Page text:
4750 Granville Street and 1494 West 32nd Avenue
Perhaps Darren and I would have skipped this open house if we knew it would be the last time we would be able to drop by the VanDusen Botanical Garden before it was closed due to physical distancing measures. After all, I would rather remember our visit to the Festival of Lights, instead of this small room crammed full of people. I may not suffer from claustrophobia, but many of the comments I heard left me feeling uneasy.
In contrast, others left with a sense of comfort after they learned this developer was not responsible for the project adjacent to the Vancouver Hospice Society which city council rejected last summer. That proposal will not return, as the policy set to replace the Affordable Housing Choices IRP will once again prohibit new rental developments in nearly all of Shaughnessy (pg 24). Instead, the housing supply in this neighbourhood will continue to diminish, as Mole Hill-like dwellings are converted into mansions.
This proposal has shrunken too, as the total living space, and the footprint of the building have been reduced in response to community feedback from the pre-application open house (pg 6). This has led to the elimination of two 1-bedroom homes, but the amount of family-sized housing remains intact. Many of those who appeared to be long-retired were stunned by this, as they could not believe young couples would both choose to work in order to raise a family here.
The possibility this might reverse this neighbourhood’s 20-year-long decline of those under 19 raised alarm, as some claimed the area’s private schools were already at capacity. That might be true, but an expansion of the nearby York House School was approved in 2018, and the applicant boards revealed several local public schools are actually under capacity (pg 4). Nonetheless, many felt there were better places for building this, with suggestions ranging from Oakridge, Mount Pleasant, or Surrey.
One individual, who dominated the room for most of evening, boasted the average Vancouverite simply had a “malicious envy” of Shaughnessy residents. I was sickened when they compared these 81 rental homes to a “holocaust,” adding city staff were “suicidal” to consider putting this “dump near such beautiful homes.” To their credit, the applicant team and city staff calmly addressed this uncivil individual throughout all of this, treating them with far more respect than they deserved.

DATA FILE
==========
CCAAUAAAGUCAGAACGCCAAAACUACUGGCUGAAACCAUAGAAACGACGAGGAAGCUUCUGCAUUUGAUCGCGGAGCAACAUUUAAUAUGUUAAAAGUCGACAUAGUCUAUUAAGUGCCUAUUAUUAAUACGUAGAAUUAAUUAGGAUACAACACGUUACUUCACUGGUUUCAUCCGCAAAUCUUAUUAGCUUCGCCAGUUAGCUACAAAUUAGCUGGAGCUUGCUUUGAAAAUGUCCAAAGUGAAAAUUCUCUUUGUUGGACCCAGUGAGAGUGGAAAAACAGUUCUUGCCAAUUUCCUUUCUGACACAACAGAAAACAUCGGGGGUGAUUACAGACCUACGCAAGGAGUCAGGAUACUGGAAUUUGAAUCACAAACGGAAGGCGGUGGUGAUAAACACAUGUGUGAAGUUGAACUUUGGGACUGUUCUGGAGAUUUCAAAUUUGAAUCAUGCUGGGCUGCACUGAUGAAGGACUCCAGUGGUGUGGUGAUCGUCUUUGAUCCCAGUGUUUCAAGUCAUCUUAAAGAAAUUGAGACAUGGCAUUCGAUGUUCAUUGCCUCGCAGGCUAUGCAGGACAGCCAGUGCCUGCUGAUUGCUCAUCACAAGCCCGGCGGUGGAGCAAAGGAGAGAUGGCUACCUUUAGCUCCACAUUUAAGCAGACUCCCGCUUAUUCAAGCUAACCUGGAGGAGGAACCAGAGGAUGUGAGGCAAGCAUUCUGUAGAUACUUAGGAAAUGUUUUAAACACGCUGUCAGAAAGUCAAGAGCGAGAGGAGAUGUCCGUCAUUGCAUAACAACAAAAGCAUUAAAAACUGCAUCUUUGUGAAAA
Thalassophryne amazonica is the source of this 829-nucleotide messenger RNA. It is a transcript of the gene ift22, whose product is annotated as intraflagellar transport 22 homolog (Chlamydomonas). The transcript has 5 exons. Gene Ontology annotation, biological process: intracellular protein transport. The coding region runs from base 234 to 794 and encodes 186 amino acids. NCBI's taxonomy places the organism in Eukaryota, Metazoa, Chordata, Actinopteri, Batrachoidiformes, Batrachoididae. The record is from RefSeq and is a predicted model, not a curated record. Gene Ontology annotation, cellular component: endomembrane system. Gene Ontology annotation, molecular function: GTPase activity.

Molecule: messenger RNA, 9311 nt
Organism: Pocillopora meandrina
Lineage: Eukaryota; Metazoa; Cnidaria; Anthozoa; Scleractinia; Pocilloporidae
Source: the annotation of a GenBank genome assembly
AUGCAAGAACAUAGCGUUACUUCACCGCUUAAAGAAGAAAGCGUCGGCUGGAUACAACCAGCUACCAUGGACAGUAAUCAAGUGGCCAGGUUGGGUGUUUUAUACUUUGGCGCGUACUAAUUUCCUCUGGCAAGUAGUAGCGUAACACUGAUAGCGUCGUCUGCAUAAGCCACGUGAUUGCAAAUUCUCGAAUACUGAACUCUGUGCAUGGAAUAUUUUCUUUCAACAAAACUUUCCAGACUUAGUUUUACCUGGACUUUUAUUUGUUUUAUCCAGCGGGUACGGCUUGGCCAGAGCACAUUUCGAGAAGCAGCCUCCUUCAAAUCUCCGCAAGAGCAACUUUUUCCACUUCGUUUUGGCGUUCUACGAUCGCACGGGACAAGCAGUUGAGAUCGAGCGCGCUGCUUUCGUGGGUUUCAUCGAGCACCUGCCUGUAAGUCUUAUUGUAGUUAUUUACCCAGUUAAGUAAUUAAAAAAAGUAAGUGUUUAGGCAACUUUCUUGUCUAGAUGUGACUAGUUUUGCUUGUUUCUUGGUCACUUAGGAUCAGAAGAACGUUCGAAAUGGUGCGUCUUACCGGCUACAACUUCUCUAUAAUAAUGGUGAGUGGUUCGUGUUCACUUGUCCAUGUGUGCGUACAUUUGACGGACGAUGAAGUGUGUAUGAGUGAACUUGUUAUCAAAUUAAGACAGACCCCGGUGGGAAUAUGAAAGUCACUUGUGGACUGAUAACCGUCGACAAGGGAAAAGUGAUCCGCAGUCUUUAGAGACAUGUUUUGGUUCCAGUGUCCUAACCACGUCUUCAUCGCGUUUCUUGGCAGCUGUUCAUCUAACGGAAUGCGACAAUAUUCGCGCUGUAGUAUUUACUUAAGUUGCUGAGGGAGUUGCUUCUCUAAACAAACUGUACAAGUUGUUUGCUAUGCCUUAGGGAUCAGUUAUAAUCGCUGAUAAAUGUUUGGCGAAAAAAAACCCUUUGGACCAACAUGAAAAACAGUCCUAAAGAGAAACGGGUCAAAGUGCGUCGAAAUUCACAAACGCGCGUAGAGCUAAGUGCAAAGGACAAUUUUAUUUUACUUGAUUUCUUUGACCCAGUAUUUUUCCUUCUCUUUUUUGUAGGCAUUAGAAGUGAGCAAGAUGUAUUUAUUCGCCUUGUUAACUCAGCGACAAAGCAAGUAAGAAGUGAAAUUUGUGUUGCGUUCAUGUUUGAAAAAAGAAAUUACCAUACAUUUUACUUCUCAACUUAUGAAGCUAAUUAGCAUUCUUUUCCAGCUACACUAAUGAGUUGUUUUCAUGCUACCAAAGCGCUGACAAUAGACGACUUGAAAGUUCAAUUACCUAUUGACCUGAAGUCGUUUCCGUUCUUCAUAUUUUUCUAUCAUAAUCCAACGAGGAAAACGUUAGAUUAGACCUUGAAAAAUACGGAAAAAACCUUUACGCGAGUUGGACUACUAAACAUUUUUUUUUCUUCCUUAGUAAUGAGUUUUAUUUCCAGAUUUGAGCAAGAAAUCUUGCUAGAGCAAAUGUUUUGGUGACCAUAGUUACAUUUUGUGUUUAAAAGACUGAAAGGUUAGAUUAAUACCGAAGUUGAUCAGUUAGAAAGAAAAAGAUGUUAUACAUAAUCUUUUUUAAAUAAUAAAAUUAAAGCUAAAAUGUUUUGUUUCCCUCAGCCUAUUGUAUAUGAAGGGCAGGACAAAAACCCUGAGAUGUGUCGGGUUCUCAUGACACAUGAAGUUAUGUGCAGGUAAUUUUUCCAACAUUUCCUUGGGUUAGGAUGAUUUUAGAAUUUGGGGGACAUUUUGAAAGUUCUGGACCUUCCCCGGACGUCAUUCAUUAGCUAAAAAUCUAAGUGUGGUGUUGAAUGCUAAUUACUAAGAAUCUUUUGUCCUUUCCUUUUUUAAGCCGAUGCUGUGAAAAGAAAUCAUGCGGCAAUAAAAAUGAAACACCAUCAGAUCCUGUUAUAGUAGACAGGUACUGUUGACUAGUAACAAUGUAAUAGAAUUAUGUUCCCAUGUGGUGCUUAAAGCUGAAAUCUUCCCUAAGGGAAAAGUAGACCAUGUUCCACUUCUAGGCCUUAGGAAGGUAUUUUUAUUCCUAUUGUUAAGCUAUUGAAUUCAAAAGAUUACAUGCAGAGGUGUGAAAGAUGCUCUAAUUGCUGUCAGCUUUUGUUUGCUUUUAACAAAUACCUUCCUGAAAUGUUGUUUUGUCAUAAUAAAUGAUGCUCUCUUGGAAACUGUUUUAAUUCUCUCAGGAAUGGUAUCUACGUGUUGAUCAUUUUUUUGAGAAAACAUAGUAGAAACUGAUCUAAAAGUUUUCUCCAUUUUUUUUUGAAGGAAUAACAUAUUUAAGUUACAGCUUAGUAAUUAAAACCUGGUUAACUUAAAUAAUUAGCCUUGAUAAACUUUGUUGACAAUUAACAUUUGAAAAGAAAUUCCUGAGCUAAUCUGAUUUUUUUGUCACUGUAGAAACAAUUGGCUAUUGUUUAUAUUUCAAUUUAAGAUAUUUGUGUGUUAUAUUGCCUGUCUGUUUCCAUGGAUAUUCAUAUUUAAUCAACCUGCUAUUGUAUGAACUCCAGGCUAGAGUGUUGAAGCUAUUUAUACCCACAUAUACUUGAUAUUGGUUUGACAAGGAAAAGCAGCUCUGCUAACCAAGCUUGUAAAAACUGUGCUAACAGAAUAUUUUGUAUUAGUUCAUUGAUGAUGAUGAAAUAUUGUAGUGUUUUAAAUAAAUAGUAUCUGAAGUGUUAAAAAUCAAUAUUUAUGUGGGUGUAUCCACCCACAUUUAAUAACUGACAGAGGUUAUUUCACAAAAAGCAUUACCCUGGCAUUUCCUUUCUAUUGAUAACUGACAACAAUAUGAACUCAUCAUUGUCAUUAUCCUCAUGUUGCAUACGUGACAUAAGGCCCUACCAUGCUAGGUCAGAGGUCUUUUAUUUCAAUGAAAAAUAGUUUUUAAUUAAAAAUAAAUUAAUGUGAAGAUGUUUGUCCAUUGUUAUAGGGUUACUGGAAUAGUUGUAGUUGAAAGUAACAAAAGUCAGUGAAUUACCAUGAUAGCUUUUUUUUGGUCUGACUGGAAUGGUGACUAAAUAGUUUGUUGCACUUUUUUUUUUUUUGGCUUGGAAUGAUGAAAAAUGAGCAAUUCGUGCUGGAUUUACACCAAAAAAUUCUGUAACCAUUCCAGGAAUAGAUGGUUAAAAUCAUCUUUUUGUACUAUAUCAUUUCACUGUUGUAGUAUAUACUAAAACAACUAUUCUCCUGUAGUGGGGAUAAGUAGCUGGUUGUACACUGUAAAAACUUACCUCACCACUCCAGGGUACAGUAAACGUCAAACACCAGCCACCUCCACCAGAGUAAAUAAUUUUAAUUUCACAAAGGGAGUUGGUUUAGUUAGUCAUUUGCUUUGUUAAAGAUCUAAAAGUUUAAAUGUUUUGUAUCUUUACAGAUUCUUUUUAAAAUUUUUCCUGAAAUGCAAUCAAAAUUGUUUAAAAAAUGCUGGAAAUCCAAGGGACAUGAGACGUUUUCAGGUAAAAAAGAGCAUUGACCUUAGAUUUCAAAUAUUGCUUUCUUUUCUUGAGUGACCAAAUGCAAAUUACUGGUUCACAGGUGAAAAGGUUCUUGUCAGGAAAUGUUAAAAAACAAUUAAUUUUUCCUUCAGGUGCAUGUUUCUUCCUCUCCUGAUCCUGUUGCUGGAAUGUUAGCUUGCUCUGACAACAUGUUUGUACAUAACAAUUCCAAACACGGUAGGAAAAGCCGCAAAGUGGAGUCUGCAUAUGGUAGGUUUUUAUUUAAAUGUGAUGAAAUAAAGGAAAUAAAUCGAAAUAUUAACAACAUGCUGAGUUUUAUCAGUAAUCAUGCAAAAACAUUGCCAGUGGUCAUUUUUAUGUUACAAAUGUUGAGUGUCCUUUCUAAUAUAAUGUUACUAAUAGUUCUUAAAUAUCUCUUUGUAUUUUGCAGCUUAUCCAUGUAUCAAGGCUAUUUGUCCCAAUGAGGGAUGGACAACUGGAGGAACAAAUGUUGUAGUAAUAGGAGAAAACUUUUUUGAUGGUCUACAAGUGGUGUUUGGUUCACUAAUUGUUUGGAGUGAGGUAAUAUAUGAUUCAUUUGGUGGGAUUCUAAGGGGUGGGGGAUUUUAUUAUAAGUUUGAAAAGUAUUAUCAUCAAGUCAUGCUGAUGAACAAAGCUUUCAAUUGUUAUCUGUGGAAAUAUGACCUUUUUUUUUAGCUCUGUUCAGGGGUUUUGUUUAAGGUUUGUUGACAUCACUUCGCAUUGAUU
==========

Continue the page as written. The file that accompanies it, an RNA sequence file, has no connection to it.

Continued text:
While no one else exhibited this horrifying behaviour, most agreed city staff should not allow this project to “ruin this beautiful neighbourhood.” As one person admitted, their home was their largest investment, so their main priority was to see it continue to rise in value, and not decline like it did last year. Others agreed this meant young professionals would not be able to afford to live in Vancouver, but believed they should be happy to live in Kelowna instead.
Those from Abundant Housing Vancouver in attendance strongly disagreed with this opinion, as they expressed affordable housing belongs in all of our city’s neighbourhoods. Still, they were outraged to learn the ARKS Community Vision suggests all new growth in Shuaghnessy should be along arterial roads to shield single-family homes from traffic (pg 42). This will only worsen in the future, as the western edge of this property will be shaved off by 15 feet to eventually allow a widening of Granville Street.
Already there was a desire expressed by some to fill that new road space, as they felt there needed to be more than 70 parking stalls for these 81 homes. That amount far exceeds the 46 spaces required by city policy (pg 6), which shows how public opinion can shape our city. As this may be your last chance to make your voice heard on a rental building in Shaughnessy, don’t waste it; make sure to leave your thoughts here.
You can view more photos of this project’s model here on our Instagram.
Applicant Team Information: